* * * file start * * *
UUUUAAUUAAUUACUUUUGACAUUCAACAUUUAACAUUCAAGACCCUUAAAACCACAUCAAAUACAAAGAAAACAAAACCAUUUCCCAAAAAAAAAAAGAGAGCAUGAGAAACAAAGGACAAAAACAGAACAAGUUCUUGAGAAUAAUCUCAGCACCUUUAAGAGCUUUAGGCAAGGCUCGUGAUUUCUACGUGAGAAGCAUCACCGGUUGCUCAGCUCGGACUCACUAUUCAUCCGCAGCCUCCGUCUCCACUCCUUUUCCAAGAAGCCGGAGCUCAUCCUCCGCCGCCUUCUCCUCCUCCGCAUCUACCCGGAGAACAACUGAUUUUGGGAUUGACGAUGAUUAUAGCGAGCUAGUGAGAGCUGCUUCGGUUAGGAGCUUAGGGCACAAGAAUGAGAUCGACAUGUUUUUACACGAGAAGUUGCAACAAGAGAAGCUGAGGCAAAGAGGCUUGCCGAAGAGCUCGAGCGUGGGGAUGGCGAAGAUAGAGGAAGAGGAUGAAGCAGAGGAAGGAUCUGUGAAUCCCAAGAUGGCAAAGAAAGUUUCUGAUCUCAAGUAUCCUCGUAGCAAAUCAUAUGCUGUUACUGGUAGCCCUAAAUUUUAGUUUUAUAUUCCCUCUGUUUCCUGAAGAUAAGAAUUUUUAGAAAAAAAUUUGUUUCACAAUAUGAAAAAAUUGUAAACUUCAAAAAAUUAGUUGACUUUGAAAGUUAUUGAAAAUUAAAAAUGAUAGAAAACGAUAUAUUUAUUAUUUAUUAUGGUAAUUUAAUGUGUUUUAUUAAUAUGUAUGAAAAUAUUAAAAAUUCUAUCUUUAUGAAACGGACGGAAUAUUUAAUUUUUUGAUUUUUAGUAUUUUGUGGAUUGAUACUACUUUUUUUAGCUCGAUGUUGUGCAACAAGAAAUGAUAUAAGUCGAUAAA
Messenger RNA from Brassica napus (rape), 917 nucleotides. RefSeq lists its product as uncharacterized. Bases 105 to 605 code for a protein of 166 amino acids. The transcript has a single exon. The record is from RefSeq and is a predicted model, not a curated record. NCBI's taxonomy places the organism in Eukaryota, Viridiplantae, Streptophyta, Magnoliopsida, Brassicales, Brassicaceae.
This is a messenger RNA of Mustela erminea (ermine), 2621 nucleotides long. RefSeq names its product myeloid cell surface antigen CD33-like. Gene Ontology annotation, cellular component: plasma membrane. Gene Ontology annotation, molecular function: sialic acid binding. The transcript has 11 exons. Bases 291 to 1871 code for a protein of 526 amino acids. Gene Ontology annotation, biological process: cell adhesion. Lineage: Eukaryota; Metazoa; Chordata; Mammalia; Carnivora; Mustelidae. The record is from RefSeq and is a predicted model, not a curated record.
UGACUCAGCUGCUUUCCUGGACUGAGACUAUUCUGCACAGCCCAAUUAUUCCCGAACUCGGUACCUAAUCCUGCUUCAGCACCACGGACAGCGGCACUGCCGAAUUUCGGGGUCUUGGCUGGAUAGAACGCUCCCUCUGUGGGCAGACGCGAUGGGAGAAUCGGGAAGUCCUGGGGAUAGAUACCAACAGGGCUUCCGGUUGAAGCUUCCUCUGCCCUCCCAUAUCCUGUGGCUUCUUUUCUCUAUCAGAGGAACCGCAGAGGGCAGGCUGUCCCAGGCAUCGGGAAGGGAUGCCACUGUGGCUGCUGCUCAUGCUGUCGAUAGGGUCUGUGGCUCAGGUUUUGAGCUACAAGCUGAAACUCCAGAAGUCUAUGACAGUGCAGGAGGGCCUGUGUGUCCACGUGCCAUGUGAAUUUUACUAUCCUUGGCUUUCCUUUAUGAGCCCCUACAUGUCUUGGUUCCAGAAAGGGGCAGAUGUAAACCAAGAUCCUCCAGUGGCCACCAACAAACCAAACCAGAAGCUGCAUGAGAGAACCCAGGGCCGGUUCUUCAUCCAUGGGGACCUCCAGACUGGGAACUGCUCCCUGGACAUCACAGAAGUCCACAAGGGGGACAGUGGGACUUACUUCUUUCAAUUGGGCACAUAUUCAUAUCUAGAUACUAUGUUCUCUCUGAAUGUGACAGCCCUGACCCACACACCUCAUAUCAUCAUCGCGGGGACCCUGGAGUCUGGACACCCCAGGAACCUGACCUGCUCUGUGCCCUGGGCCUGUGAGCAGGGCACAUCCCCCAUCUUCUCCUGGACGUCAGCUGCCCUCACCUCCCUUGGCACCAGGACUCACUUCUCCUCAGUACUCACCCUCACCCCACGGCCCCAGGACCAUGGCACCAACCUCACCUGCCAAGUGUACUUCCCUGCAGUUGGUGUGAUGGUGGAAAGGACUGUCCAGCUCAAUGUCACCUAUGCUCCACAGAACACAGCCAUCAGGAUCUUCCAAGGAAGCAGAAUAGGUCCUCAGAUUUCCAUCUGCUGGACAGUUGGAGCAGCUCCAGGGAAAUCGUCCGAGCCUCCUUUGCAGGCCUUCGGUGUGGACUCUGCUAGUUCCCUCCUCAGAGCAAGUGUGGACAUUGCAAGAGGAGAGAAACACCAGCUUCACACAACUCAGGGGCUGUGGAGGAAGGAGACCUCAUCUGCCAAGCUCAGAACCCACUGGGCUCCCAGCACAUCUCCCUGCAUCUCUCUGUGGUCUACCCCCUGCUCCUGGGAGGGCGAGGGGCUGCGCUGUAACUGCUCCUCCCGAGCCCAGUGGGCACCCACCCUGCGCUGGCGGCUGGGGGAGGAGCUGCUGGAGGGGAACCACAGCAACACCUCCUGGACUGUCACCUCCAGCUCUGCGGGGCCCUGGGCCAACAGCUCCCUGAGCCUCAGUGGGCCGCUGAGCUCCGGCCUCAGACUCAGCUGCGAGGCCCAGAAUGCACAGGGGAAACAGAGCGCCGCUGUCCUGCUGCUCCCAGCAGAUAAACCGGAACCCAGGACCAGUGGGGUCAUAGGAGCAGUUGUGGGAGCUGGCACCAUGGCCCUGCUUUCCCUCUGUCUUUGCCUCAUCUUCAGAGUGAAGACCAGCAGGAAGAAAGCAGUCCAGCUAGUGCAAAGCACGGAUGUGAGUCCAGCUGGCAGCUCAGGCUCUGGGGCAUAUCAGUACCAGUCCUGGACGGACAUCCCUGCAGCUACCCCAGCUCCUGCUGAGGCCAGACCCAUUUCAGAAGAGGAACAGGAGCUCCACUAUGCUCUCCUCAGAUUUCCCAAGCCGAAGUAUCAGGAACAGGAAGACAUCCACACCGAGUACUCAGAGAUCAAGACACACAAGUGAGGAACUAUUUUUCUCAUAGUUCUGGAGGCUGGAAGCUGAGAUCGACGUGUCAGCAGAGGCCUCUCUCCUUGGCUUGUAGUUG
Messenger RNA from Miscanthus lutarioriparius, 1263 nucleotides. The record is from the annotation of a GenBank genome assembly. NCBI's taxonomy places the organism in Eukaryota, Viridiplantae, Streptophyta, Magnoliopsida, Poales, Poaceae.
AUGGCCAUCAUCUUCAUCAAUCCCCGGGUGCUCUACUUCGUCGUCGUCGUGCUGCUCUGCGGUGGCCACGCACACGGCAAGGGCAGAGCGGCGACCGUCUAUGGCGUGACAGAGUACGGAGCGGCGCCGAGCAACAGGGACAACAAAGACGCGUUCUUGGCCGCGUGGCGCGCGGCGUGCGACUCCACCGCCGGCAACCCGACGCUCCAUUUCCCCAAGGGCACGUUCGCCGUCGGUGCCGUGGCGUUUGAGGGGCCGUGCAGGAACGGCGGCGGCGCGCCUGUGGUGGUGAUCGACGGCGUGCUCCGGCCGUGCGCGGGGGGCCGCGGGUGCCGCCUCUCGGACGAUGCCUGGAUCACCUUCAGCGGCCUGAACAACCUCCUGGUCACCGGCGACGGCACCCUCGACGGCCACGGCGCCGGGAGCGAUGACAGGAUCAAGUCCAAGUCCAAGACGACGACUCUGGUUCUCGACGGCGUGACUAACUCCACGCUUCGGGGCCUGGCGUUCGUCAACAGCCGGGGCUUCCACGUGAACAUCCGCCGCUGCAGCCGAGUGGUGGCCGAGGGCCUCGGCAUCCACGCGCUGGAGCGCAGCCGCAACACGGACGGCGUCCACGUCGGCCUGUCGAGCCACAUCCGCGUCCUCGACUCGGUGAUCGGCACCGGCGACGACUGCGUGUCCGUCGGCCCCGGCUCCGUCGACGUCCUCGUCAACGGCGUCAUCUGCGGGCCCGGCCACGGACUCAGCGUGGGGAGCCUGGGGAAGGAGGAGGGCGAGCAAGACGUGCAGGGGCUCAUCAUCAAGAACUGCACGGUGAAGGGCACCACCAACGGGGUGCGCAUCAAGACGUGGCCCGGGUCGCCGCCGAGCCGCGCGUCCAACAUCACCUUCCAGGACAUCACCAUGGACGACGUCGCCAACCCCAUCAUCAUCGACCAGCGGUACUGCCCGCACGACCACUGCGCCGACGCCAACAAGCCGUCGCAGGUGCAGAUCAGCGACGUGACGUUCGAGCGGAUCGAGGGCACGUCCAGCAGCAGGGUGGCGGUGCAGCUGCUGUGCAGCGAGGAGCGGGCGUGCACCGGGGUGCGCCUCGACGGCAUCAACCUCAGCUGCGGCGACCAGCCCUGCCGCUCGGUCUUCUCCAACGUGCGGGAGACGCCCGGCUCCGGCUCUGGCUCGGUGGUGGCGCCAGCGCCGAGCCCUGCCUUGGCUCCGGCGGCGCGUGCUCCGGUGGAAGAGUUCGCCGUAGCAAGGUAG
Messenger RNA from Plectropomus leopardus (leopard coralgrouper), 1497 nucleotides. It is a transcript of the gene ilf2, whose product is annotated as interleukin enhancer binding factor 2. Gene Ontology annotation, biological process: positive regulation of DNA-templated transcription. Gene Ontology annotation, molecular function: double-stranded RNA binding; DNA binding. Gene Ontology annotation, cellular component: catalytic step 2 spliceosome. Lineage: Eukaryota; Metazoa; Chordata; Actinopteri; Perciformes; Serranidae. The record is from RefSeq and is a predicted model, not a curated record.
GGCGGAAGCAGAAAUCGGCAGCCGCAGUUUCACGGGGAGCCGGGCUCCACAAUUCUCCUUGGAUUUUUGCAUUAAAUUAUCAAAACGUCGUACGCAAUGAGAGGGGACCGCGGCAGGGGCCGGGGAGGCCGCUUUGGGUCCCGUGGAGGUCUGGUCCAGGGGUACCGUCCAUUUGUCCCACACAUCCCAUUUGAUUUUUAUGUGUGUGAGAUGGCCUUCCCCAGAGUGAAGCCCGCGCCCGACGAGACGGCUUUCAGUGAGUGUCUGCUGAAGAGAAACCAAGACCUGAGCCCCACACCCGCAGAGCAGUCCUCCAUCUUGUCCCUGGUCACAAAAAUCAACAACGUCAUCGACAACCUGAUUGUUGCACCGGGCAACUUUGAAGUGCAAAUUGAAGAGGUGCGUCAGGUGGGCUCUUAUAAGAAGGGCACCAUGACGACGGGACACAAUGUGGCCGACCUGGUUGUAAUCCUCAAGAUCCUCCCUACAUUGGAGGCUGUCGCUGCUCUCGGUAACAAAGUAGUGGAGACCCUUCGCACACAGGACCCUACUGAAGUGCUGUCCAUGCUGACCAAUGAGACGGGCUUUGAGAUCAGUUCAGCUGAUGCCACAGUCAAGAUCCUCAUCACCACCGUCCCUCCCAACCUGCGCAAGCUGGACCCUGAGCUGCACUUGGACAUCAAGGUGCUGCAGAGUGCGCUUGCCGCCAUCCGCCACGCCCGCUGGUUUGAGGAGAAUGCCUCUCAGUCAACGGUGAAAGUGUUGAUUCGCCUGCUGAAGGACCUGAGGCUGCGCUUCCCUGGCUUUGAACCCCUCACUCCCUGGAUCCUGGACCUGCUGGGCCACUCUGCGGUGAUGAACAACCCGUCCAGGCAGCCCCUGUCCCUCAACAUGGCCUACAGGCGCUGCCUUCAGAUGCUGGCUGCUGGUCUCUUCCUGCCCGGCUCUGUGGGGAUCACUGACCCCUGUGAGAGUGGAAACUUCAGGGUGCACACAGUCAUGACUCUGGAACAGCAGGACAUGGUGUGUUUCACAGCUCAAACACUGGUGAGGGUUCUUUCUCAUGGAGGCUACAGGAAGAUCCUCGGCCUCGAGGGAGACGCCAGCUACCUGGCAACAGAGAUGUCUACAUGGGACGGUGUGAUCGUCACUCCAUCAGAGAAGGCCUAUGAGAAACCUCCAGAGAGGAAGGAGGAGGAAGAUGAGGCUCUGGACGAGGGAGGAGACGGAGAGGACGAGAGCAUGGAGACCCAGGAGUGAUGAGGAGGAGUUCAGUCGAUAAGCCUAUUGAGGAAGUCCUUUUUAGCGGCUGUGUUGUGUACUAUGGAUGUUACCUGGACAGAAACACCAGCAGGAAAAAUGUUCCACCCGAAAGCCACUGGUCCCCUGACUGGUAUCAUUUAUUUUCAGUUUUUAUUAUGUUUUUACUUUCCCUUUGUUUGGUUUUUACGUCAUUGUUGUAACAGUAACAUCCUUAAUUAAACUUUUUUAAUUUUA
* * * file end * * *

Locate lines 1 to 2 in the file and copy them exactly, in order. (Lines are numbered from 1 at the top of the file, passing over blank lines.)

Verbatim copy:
UUUUAAUUAAUUACUUUUGACAUUCAACAUUUAACAUUCAAGACCCUUAAAACCACAUCAAAUACAAAGAAAACAAAACCAUUUCCCAAAAAAAAAAAGAGAGCAUGAGAAACAAAGGACAAAAACAGAACAAGUUCUUGAGAAUAAUCUCAGCACCUUUAAGAGCUUUAGGCAAGGCUCGUGAUUUCUACGUGAGAAGCAUCACCGGUUGCUCAGCUCGGACUCACUAUUCAUCCGCAGCCUCCGUCUCCACUCCUUUUCCAAGAAGCCGGAGCUCAUCCUCCGCCGCCUUCUCCUCCUCCGCAUCUACCCGGAGAACAACUGAUUUUGGGAUUGACGAUGAUUAUAGCGAGCUAGUGAGAGCUGCUUCGGUUAGGAGCUUAGGGCACAAGAAUGAGAUCGACAUGUUUUUACACGAGAAGUUGCAACAAGAGAAGCUGAGGCAAAGAGGCUUGCCGAAGAGCUCGAGCGUGGGGAUGGCGAAGAUAGAGGAAGAGGAUGAAGCAGAGGAAGGAUCUGUGAAUCCCAAGAUGGCAAAGAAAGUUUCUGAUCUCAAGUAUCCUCGUAGCAAAUCAUAUGCUGUUACUGGUAGCCCUAAAUUUUAGUUUUAUAUUCCCUCUGUUUCCUGAAGAUAAGAAUUUUUAGAAAAAAAUUUGUUUCACAAUAUGAAAAAAUUGUAAACUUCAAAAAAUUAGUUGACUUUGAAAGUUAUUGAAAAUUAAAAAUGAUAGAAAACGAUAUAUUUAUUAUUUAUUAUGGUAAUUUAAUGUGUUUUAUUAAUAUGUAUGAAAAUAUUAAAAAUUCUAUCUUUAUGAAACGGACGGAAUAUUUAAUUUUUUGAUUUUUAGUAUUUUGUGGAUUGAUACUACUUUUUUUAGCUCGAUGUUGUGCAACAAGAAAUGAUAUAAGUCGAUAAA
Messenger RNA from Brassica napus (rape), 917 nucleotides. RefSeq lists its product as uncharacterized. Bases 105 to 605 code for a protein of 166 amino acids. The transcript has a single exon. The record is from RefSeq and is a predicted model, not a curated record. NCBI's taxonomy places the organism in Eukaryota, Viridiplantae, Streptophyta, Magnoliopsida, Brassicales, Brassicaceae.